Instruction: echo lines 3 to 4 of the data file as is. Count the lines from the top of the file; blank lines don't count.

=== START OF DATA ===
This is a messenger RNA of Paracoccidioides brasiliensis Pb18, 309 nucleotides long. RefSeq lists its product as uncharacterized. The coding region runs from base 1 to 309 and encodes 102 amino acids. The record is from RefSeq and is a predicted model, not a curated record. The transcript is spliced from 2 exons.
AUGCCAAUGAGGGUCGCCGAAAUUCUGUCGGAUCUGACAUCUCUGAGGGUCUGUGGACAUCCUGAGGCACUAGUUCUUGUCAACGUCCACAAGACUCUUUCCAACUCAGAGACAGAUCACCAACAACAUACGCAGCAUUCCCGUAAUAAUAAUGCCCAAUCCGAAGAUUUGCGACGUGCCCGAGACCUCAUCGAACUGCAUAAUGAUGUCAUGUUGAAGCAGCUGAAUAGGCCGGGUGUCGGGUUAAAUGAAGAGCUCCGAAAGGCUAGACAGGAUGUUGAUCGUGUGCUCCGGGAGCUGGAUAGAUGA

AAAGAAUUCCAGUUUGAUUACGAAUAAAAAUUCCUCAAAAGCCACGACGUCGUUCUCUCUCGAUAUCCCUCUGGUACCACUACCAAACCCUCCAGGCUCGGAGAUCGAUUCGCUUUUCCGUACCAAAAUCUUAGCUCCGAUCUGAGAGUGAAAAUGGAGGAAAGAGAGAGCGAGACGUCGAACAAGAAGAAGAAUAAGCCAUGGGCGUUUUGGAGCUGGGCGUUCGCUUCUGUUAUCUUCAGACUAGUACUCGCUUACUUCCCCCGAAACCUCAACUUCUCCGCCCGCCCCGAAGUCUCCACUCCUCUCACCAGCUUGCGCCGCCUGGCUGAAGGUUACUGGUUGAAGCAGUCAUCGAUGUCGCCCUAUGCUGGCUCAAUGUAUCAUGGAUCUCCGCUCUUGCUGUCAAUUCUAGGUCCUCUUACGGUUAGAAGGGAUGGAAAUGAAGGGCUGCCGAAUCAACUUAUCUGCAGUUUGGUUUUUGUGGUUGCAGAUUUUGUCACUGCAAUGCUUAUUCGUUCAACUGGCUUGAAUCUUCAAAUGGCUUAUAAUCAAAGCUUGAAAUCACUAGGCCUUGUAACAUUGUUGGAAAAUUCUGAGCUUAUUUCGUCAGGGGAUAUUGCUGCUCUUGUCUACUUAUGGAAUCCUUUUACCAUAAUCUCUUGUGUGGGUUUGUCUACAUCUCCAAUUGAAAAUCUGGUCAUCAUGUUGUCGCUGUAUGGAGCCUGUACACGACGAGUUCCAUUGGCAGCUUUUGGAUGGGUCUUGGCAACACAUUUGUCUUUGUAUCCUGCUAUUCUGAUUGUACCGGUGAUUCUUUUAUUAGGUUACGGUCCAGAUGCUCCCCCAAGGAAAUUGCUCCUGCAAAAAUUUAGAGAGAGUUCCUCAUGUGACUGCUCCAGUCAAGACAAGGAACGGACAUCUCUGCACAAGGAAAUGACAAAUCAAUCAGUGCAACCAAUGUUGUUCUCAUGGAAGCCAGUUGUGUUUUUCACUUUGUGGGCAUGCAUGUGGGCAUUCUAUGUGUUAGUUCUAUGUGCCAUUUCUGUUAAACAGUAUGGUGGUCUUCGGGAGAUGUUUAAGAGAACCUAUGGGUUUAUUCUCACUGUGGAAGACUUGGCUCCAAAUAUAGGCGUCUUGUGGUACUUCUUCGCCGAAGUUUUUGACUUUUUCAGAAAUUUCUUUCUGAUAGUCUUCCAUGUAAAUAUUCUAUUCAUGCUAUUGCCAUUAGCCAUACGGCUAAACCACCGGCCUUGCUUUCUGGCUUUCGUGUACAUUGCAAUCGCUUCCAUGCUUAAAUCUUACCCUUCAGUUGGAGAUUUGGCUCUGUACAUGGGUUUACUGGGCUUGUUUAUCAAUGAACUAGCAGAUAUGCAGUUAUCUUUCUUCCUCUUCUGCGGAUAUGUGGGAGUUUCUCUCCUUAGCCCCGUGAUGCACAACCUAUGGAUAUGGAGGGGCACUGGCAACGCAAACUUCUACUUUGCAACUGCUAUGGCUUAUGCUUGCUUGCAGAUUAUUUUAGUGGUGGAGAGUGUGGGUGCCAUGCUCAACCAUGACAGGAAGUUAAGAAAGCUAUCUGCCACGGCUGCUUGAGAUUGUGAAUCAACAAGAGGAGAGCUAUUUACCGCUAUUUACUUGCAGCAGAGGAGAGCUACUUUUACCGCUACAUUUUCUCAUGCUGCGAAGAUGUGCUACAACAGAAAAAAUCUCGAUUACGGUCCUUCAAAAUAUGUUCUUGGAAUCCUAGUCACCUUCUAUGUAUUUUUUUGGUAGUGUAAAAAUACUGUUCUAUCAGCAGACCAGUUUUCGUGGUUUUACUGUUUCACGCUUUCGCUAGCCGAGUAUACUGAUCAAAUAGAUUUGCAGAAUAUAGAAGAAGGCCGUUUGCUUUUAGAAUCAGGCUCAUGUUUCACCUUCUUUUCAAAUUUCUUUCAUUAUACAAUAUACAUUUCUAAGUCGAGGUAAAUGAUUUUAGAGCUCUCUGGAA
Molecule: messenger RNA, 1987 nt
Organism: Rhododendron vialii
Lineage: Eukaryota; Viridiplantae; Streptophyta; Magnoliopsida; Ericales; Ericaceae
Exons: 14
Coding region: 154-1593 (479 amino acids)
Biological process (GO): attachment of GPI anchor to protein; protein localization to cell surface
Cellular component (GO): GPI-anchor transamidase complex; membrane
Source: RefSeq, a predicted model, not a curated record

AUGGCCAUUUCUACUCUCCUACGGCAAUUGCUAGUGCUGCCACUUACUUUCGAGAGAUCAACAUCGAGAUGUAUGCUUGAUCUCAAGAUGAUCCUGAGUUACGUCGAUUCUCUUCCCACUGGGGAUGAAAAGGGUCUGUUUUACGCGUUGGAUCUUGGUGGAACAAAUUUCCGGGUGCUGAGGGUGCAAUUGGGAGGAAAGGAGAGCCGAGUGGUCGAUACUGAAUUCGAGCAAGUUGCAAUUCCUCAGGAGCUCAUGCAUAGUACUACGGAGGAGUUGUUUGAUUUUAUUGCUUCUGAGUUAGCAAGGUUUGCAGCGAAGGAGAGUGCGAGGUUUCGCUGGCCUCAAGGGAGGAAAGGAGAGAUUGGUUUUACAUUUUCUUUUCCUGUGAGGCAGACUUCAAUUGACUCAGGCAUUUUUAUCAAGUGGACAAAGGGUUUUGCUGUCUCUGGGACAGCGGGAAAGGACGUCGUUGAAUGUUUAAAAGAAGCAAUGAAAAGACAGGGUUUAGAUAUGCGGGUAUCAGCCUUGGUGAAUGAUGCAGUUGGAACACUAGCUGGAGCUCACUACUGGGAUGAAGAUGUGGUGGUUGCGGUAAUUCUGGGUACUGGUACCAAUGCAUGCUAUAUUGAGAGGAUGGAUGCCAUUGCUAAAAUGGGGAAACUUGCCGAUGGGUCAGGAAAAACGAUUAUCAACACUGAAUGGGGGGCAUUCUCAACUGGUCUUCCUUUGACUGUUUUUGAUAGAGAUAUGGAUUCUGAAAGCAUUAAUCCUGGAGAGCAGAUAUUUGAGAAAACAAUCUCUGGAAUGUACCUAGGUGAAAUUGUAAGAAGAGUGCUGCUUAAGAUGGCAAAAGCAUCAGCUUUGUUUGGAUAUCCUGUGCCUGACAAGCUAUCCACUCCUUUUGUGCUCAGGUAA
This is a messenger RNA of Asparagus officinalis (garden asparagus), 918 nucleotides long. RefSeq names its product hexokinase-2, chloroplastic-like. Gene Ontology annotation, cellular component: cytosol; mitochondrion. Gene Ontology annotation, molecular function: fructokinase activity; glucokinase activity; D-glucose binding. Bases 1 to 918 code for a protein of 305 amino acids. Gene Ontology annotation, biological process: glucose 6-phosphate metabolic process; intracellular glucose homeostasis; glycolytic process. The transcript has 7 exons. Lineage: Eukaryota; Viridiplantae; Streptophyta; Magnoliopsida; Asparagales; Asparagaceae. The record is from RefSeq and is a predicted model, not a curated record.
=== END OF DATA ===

AAAGAAUUCCAGUUUGAUUACGAAUAAAAAUUCCUCAAAAGCCACGACGUCGUUCUCUCUCGAUAUCCCUCUGGUACCACUACCAAACCCUCCAGGCUCGGAGAUCGAUUCGCUUUUCCGUACCAAAAUCUUAGCUCCGAUCUGAGAGUGAAAAUGGAGGAAAGAGAGAGCGAGACGUCGAACAAGAAGAAGAAUAAGCCAUGGGCGUUUUGGAGCUGGGCGUUCGCUUCUGUUAUCUUCAGACUAGUACUCGCUUACUUCCCCCGAAACCUCAACUUCUCCGCCCGCCCCGAAGUCUCCACUCCUCUCACCAGCUUGCGCCGCCUGGCUGAAGGUUACUGGUUGAAGCAGUCAUCGAUGUCGCCCUAUGCUGGCUCAAUGUAUCAUGGAUCUCCGCUCUUGCUGUCAAUUCUAGGUCCUCUUACGGUUAGAAGGGAUGGAAAUGAAGGGCUGCCGAAUCAACUUAUCUGCAGUUUGGUUUUUGUGGUUGCAGAUUUUGUCACUGCAAUGCUUAUUCGUUCAACUGGCUUGAAUCUUCAAAUGGCUUAUAAUCAAAGCUUGAAAUCACUAGGCCUUGUAACAUUGUUGGAAAAUUCUGAGCUUAUUUCGUCAGGGGAUAUUGCUGCUCUUGUCUACUUAUGGAAUCCUUUUACCAUAAUCUCUUGUGUGGGUUUGUCUACAUCUCCAAUUGAAAAUCUGGUCAUCAUGUUGUCGCUGUAUGGAGCCUGUACACGACGAGUUCCAUUGGCAGCUUUUGGAUGGGUCUUGGCAACACAUUUGUCUUUGUAUCCUGCUAUUCUGAUUGUACCGGUGAUUCUUUUAUUAGGUUACGGUCCAGAUGCUCCCCCAAGGAAAUUGCUCCUGCAAAAAUUUAGAGAGAGUUCCUCAUGUGACUGCUCCAGUCAAGACAAGGAACGGACAUCUCUGCACAAGGAAAUGACAAAUCAAUCAGUGCAACCAAUGUUGUUCUCAUGGAAGCCAGUUGUGUUUUUCACUUUGUGGGCAUGCAUGUGGGCAUUCUAUGUGUUAGUUCUAUGUGCCAUUUCUGUUAAACAGUAUGGUGGUCUUCGGGAGAUGUUUAAGAGAACCUAUGGGUUUAUUCUCACUGUGGAAGACUUGGCUCCAAAUAUAGGCGUCUUGUGGUACUUCUUCGCCGAAGUUUUUGACUUUUUCAGAAAUUUCUUUCUGAUAGUCUUCCAUGUAAAUAUUCUAUUCAUGCUAUUGCCAUUAGCCAUACGGCUAAACCACCGGCCUUGCUUUCUGGCUUUCGUGUACAUUGCAAUCGCUUCCAUGCUUAAAUCUUACCCUUCAGUUGGAGAUUUGGCUCUGUACAUGGGUUUACUGGGCUUGUUUAUCAAUGAACUAGCAGAUAUGCAGUUAUCUUUCUUCCUCUUCUGCGGAUAUGUGGGAGUUUCUCUCCUUAGCCCCGUGAUGCACAACCUAUGGAUAUGGAGGGGCACUGGCAACGCAAACUUCUACUUUGCAACUGCUAUGGCUUAUGCUUGCUUGCAGAUUAUUUUAGUGGUGGAGAGUGUGGGUGCCAUGCUCAACCAUGACAGGAAGUUAAGAAAGCUAUCUGCCACGGCUGCUUGAGAUUGUGAAUCAACAAGAGGAGAGCUAUUUACCGCUAUUUACUUGCAGCAGAGGAGAGCUACUUUUACCGCUACAUUUUCUCAUGCUGCGAAGAUGUGCUACAACAGAAAAAAUCUCGAUUACGGUCCUUCAAAAUAUGUUCUUGGAAUCCUAGUCACCUUCUAUGUAUUUUUUUGGUAGUGUAAAAAUACUGUUCUAUCAGCAGACCAGUUUUCGUGGUUUUACUGUUUCACGCUUUCGCUAGCCGAGUAUACUGAUCAAAUAGAUUUGCAGAAUAUAGAAGAAGGCCGUUUGCUUUUAGAAUCAGGCUCAUGUUUCACCUUCUUUUCAAAUUUCUUUCAUUAUACAAUAUACAUUUCUAAGUCGAGGUAAAUGAUUUUAGAGCUCUCUGGAA
Molecule: messenger RNA, 1987 nt